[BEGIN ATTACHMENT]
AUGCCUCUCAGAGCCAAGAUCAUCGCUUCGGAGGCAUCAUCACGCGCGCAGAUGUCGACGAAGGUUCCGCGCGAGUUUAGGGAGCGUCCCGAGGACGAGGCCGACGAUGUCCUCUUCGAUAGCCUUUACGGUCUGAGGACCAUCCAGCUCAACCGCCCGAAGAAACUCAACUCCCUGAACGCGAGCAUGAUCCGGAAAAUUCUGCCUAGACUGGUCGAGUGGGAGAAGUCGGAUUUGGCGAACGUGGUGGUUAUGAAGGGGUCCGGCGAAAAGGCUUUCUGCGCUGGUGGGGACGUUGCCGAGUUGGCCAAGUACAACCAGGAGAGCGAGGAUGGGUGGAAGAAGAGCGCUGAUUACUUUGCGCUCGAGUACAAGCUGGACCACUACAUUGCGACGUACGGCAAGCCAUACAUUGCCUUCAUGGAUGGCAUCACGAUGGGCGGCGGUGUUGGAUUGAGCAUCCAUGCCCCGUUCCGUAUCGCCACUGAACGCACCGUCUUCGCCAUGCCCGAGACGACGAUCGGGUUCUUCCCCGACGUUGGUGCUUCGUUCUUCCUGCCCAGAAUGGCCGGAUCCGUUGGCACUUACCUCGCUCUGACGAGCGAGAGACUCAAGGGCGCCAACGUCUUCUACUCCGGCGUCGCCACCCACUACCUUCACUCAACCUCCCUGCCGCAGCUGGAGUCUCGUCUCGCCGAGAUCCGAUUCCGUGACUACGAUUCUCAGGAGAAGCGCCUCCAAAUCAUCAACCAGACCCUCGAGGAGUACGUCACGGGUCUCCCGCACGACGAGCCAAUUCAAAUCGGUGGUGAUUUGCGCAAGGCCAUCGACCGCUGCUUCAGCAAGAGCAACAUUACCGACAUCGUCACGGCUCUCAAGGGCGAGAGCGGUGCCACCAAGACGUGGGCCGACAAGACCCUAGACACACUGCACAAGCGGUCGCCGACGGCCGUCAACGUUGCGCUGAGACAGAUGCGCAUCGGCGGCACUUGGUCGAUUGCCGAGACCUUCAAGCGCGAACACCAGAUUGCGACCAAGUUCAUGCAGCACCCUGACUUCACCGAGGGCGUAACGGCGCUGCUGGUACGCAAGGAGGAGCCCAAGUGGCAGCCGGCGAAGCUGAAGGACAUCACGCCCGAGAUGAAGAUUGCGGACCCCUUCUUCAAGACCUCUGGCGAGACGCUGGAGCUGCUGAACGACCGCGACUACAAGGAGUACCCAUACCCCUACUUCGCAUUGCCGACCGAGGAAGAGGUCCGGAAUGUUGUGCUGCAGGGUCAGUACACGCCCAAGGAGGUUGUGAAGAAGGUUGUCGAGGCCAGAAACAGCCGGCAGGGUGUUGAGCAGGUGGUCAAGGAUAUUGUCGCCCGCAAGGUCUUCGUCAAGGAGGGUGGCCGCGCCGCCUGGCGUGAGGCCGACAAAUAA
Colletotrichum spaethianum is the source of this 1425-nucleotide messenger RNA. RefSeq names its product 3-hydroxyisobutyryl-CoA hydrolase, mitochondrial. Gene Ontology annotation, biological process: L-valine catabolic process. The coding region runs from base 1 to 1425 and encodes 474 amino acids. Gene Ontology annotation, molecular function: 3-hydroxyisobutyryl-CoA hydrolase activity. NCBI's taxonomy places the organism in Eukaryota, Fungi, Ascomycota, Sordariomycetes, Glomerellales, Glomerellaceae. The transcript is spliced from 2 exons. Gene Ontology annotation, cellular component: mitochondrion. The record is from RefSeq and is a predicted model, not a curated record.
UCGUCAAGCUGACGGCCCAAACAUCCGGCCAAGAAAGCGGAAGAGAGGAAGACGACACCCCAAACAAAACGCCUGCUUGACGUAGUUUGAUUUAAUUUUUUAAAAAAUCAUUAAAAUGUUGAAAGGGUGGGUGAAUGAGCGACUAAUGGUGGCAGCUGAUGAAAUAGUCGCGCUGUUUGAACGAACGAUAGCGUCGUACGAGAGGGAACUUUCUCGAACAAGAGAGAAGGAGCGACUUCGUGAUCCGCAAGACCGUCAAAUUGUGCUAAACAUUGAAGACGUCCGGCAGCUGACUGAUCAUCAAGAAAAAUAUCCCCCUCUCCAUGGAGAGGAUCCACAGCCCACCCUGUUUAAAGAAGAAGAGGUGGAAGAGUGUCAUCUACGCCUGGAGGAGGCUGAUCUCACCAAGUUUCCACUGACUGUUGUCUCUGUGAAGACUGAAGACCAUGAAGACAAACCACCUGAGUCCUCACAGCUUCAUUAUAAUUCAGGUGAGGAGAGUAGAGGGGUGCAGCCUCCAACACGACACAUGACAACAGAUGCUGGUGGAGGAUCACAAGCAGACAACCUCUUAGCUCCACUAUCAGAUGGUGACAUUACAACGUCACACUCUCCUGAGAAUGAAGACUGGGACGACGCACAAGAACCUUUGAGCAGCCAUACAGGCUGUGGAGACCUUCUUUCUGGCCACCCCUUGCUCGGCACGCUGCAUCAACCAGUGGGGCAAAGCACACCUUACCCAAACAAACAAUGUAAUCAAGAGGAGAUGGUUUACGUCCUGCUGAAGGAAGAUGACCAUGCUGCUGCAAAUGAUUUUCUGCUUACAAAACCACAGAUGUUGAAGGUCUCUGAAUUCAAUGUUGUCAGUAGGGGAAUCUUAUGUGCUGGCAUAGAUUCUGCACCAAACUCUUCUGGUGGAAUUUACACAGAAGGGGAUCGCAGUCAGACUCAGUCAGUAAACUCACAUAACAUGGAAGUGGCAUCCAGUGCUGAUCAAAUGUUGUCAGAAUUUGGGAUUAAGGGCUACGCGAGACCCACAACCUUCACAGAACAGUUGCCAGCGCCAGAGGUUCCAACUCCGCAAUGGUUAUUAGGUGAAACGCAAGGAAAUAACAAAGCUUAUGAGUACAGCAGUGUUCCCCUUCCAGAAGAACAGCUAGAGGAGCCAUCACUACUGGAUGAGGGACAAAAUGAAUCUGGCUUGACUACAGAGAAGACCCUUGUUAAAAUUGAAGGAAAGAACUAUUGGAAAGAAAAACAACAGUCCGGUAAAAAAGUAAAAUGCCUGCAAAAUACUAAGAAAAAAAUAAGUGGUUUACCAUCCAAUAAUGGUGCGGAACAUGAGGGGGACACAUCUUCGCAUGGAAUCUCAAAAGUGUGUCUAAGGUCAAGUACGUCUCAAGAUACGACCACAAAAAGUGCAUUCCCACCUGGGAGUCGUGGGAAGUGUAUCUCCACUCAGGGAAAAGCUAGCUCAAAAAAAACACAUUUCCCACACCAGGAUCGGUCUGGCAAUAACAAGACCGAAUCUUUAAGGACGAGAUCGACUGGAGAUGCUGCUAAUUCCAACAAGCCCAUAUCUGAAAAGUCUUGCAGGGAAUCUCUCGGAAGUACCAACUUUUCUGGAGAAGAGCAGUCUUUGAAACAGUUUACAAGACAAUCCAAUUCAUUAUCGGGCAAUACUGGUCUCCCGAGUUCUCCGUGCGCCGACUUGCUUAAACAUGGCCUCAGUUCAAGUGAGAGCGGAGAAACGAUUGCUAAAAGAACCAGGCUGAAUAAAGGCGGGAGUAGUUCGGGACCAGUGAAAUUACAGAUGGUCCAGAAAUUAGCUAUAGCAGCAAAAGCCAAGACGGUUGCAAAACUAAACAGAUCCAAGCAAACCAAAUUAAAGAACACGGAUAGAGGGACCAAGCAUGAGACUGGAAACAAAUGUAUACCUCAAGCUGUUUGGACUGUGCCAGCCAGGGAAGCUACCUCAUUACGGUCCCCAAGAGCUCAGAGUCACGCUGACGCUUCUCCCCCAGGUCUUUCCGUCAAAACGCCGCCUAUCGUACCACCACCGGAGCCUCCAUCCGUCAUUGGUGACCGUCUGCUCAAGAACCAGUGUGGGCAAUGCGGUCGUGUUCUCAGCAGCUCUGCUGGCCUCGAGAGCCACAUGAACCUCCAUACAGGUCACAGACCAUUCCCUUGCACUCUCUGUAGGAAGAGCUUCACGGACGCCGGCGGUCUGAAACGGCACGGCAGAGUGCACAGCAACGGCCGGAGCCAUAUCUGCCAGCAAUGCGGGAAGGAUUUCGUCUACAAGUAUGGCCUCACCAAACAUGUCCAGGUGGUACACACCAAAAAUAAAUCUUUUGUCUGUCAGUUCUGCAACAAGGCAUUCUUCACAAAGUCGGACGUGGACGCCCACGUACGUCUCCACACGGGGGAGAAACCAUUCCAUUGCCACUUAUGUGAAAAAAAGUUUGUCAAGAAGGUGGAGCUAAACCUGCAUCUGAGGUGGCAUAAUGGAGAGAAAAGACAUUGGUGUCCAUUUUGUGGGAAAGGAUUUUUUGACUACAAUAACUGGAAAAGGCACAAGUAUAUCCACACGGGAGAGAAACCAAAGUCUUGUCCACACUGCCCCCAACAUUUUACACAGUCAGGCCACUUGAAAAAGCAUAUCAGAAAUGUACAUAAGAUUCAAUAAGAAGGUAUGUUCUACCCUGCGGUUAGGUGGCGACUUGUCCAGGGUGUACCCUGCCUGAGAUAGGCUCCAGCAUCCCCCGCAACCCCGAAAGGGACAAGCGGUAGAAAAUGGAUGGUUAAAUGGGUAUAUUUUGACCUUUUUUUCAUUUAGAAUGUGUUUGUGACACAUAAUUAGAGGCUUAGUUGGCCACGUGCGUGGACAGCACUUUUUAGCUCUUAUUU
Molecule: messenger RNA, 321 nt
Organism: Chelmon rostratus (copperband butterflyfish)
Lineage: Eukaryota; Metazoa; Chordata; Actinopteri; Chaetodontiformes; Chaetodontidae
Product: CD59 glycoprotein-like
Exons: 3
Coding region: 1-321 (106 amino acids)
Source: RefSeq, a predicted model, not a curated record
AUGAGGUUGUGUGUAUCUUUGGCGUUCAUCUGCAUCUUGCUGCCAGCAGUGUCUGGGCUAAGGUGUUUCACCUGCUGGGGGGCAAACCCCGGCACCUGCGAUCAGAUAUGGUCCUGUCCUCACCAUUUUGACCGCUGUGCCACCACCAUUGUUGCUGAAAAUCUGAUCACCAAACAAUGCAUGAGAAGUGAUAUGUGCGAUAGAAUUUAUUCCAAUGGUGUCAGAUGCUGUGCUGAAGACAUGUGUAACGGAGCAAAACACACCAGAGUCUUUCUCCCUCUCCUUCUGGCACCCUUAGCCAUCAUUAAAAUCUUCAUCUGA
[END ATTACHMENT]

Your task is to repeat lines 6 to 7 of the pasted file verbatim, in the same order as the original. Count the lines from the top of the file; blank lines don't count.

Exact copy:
Lineage: Eukaryota; Metazoa; Chordata; Actinopteri; Chaetodontiformes; Chaetodontidae
Product: CD59 glycoprotein-like